Recently, I went to a slam poetry reading — by recently I mean last night — and I was struck with the complete lack of similarity in critical factors between spoken word and written word; meaning, the things which would make a poem pleasant or engaging to read were not the things which made a poem pleasant or engaging to hear. In a written poem, complexity in the text allows for more patterns to emerge, more meaning to manifest. Conversely, in a poem spoken, complexity does not inherently add to the piece but can even detract.
Let me back these claims up a little:
During my, albeit one, experience with slam poetry, I found that what most swept me away was delivery — rhythm being included in that category — and the oscillation between high and low rhetorical registers eg. one poem had a short, repeating verse about spiritual wounds and the path to healing, but the meat of the poem, its most substantial aspect, was these graphic, stream-of-consciousness verses about how the poet’s step-father beat him.1 The term ‘sublimation’ comes to mind here — the process of distilling painful experience, harsh reality, not into a bitterness or a hatred, but into something
positive different, something transcending the particulars.2 The particulars and the emotion they evoke, the hypnotism of the rhythm, while forming the majority of the content, didn’t best embody this man’s poem; rather, those brief interludes where something broke through reality, through pain, through the particulars, unifying and modifying reality into something more — into a moral impetus, a desire for the future, a knowing for the present — that is what I remember most and what I feel best subsumes the poem. Not pain, but change and hope.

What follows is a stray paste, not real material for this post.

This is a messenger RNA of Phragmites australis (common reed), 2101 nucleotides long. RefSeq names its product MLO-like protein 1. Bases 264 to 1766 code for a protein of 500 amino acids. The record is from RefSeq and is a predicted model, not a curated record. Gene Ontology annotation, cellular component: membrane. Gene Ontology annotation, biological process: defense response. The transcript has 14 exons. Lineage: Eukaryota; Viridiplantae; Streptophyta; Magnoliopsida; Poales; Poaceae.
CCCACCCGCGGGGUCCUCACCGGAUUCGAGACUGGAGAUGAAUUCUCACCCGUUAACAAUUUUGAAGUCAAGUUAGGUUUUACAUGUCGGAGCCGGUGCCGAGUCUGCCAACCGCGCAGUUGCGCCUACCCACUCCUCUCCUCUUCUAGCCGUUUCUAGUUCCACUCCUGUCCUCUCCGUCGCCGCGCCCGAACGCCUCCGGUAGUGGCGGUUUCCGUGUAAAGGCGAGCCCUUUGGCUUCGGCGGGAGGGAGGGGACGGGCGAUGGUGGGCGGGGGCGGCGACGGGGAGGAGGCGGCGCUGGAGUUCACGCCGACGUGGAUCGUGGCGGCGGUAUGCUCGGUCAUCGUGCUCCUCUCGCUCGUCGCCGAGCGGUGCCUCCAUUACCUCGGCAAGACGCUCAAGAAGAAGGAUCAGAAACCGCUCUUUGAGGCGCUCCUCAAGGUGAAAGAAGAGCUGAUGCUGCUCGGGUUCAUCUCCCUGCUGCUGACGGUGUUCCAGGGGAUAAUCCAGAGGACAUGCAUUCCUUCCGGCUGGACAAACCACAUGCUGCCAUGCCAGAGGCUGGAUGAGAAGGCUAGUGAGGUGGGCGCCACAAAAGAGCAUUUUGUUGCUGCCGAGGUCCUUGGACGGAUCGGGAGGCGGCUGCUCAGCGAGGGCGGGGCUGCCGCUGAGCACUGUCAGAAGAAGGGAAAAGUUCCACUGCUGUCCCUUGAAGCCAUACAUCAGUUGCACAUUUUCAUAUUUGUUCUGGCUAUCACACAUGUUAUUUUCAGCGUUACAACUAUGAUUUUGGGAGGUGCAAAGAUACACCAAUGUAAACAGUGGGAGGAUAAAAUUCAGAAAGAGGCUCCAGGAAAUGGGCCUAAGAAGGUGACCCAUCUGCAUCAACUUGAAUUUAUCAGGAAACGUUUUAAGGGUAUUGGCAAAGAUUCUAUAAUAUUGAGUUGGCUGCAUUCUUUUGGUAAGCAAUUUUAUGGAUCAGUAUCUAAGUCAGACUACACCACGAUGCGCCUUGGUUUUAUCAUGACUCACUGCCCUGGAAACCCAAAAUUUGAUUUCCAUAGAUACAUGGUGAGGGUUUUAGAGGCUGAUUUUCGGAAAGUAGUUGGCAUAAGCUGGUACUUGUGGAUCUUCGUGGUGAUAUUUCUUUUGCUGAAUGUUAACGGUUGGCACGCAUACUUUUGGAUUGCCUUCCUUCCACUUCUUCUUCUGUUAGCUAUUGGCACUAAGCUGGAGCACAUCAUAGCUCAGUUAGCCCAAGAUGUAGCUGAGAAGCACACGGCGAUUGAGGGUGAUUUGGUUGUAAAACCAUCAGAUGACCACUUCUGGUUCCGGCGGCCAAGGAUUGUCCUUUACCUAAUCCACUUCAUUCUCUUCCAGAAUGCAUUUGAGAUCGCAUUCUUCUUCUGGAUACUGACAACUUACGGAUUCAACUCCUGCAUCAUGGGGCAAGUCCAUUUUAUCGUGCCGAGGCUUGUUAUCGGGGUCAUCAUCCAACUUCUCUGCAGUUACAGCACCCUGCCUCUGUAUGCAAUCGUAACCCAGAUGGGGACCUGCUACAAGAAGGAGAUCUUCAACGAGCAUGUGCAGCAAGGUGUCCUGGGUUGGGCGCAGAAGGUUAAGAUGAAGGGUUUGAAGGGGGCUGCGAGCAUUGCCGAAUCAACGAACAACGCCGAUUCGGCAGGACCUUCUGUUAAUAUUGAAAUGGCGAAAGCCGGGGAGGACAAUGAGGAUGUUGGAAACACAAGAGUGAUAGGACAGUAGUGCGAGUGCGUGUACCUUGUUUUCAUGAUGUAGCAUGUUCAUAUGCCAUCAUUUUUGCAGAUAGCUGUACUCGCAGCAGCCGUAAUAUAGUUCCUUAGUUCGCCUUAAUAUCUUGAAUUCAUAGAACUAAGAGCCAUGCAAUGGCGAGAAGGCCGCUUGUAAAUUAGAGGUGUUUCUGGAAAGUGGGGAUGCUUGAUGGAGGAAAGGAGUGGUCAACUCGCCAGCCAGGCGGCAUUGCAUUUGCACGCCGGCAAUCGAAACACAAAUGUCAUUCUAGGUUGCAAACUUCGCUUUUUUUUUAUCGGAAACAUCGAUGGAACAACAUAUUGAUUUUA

Sublimation is an important factor in written poetry as well — I can’t deny — but one often finds an entire work of sublimated content, of modified experiences, emergent feeling, rather than a mix with harsh, emotionally pertinent, reality.3 The personal journey from the mundane to the poetic is often kept hidden, and for me, that is part of the appeal of written poetry — it’s otherness, it’s incommensurability with daily life. However, the slam poets who employed things I might love in a written piece — word play, alliteration, extended metaphor etc. — things that add to ‘otherness’, to the creation of a purely poetic space, I found less engaging. In these cases, there was no connection to substance, no life blood coursing through the words, only a dull, mechanical vomiting of tropes. When reading poetry, the author is not present, and even if they felt nothing while writing, even if they merely filled out a formula — their own or another’s — the reader can still project affective content in, give the poem substance themselves. The honesty of the voice is missing: that by which the most skilled of wordsmiths stands naked.4 In a spoken piece, poetry takes on another dimension — it becomes social/intersubjective, physical/acoustic, visceral/embodied — and it is through that dimension it gains the most power. All the machinations of intelligence, of formula, of calculative word choice, they pale in comparison to the awe-inspiring skill of a great orator. I can admire written work from a distance, muse at the intentionality behind the form, appreciate intricate symbology, but in a spoken piece delivered with mastery, I am swept into the world of the poet, into their emotion, their turbulence, their reality. I feel not just like a mind appreciating a mind but a soul appreciating a soul — a mind with a body, with a world, a mind with stakes in that world (my definition of soul).